But history tells us you never have enough pitching. Time and again in George Steinbrenner's era, he would stockpile arms and in almost all cases, the surplus was needed after a series of injuries. Another example: Going into last season, the Red Sox were thought to be flush with starters, and by year's end, they were scrambling, trying to acquire Bruce Chen and others as fill-ins.

Pettitte is making one last visit to the mound, writes Bob Klapisch. This was a move that Steinbrenner would love, writes Joel Sherman. The Pettitte signing has its risks, writes Tyler Kepner.

I'd respectfully disagree with Kepner on that. To sign a left-hander with Pettitte's track record for a contract that will cost the Yankees less than the average salary in the big leagues is a coup. There isn't a team in the majors that wouldn't have jumped at that kind of opportunity.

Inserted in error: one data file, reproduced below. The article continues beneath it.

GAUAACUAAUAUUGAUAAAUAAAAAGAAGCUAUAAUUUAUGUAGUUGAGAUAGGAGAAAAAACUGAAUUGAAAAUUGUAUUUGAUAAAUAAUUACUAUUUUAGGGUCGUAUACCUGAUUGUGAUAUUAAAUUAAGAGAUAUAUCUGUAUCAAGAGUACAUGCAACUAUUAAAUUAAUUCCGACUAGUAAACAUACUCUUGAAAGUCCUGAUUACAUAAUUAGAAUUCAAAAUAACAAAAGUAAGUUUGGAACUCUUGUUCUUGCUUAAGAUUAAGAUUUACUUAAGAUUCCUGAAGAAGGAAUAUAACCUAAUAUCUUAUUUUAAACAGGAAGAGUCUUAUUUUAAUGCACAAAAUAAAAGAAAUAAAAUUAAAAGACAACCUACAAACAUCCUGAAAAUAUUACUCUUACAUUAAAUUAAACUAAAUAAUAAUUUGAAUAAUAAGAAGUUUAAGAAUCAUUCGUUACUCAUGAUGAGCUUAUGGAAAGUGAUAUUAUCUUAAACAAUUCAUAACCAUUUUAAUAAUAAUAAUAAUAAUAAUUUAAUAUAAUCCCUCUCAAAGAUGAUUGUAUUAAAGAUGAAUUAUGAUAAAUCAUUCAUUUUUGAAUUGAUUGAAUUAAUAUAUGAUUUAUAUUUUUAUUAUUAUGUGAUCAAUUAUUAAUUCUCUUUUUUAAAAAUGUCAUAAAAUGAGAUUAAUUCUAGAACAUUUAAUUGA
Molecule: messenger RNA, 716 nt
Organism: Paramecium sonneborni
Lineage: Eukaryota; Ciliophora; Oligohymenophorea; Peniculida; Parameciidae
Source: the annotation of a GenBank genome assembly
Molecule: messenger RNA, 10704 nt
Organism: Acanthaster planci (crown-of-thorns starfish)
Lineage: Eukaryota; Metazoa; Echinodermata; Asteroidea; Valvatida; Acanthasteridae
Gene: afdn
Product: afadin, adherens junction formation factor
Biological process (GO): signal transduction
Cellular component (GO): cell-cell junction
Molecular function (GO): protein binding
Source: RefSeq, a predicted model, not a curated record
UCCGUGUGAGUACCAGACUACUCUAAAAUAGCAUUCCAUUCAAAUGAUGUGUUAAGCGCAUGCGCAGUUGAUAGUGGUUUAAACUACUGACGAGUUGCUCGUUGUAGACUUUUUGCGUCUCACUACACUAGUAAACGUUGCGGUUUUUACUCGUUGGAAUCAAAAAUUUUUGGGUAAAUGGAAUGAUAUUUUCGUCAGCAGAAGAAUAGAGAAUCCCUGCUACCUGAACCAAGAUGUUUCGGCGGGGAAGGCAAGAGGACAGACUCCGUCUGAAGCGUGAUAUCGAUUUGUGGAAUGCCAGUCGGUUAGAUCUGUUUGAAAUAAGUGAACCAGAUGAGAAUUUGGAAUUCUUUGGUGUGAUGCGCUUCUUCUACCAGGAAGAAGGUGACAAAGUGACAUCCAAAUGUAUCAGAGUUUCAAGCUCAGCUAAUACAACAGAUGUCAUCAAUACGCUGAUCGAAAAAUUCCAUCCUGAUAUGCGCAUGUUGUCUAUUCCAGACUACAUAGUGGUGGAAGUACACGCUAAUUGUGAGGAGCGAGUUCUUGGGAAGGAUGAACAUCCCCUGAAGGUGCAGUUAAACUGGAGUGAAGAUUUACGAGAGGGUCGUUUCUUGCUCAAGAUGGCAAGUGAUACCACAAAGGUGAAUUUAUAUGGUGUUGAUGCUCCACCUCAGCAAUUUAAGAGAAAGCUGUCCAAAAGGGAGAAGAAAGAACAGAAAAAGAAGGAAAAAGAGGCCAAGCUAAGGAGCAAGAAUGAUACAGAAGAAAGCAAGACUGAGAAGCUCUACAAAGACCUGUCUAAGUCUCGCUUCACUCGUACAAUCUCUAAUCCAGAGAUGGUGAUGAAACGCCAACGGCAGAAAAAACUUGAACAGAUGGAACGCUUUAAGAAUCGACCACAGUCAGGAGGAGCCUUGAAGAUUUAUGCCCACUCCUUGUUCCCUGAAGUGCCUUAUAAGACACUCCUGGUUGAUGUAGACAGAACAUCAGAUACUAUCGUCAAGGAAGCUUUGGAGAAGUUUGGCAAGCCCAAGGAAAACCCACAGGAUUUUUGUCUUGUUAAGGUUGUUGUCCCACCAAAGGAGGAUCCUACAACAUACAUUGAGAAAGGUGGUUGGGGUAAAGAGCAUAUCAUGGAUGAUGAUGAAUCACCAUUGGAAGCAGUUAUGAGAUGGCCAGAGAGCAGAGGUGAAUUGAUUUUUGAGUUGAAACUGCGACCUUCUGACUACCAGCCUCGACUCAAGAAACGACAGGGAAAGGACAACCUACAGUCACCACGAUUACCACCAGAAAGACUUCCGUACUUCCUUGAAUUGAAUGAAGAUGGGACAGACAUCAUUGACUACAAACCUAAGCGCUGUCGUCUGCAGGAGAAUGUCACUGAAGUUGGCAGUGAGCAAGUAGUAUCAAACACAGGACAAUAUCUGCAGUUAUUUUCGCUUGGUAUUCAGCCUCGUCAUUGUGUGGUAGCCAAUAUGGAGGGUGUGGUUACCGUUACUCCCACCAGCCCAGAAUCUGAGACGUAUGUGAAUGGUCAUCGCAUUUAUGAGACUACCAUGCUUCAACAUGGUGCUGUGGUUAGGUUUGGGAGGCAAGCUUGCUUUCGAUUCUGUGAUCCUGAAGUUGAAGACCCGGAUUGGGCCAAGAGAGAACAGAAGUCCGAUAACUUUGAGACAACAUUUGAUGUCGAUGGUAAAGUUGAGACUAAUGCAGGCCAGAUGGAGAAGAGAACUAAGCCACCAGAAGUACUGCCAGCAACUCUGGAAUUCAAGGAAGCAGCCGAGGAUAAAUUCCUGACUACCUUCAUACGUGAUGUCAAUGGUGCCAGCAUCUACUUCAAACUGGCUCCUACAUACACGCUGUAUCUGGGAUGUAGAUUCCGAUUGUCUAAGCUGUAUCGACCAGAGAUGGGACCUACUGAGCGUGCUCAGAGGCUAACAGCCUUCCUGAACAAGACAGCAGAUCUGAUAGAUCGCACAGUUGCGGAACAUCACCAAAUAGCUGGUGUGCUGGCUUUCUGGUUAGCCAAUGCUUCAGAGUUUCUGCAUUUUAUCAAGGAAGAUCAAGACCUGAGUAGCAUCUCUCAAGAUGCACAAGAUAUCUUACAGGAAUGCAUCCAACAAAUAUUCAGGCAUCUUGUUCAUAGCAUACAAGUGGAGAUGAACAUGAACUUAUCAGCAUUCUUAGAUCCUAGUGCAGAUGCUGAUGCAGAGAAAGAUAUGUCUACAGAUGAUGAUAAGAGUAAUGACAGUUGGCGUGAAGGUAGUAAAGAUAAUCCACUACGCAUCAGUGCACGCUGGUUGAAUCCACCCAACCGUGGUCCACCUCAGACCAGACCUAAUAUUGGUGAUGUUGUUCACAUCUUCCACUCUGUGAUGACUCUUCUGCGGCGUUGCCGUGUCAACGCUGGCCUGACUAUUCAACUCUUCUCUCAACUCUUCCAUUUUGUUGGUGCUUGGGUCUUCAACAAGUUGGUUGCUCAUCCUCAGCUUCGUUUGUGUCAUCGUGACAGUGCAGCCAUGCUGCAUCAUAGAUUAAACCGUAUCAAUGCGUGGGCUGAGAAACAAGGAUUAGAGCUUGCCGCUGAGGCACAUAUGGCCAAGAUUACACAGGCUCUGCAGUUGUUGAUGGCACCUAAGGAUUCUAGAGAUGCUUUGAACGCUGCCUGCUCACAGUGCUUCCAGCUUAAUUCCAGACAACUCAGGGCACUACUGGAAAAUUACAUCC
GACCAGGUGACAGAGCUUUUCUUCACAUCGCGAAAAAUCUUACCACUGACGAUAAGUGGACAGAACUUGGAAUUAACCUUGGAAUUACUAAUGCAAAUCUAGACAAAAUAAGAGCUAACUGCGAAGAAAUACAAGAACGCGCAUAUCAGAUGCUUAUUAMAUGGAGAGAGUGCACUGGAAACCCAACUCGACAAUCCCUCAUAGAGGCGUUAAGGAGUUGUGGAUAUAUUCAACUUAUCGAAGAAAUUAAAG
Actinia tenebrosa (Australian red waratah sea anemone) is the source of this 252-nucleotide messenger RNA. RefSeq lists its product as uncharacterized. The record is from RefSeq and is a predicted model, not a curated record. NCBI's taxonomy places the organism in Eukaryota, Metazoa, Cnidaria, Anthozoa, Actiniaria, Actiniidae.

Bobby Valentine had something to say about Pettitte's return.

• There continues to be great news in the recovery of Kendrys Morales, who played in his first game in almost two years, as Bill Shaikin writes.

• The news about Salvy Perez is not so good: The Royals catcher will miss 12-to-14 weeks. Maybe now, those who criticized Perez for signing his five-year deal will understand his perspective: While playing catcher, nothing is guaranteed, until it is.

• The Brewers are asking around about acquiring a middle infielder -- not a starter, but someone who can start in the event Alex Gonzalez or Rickie Weeks gets hurt.

Jason Heyward had another good day.

• Rival evaluators say that Twins infielder Tsuyoshi Nishioka is really struggling this spring, at the plate and in the field.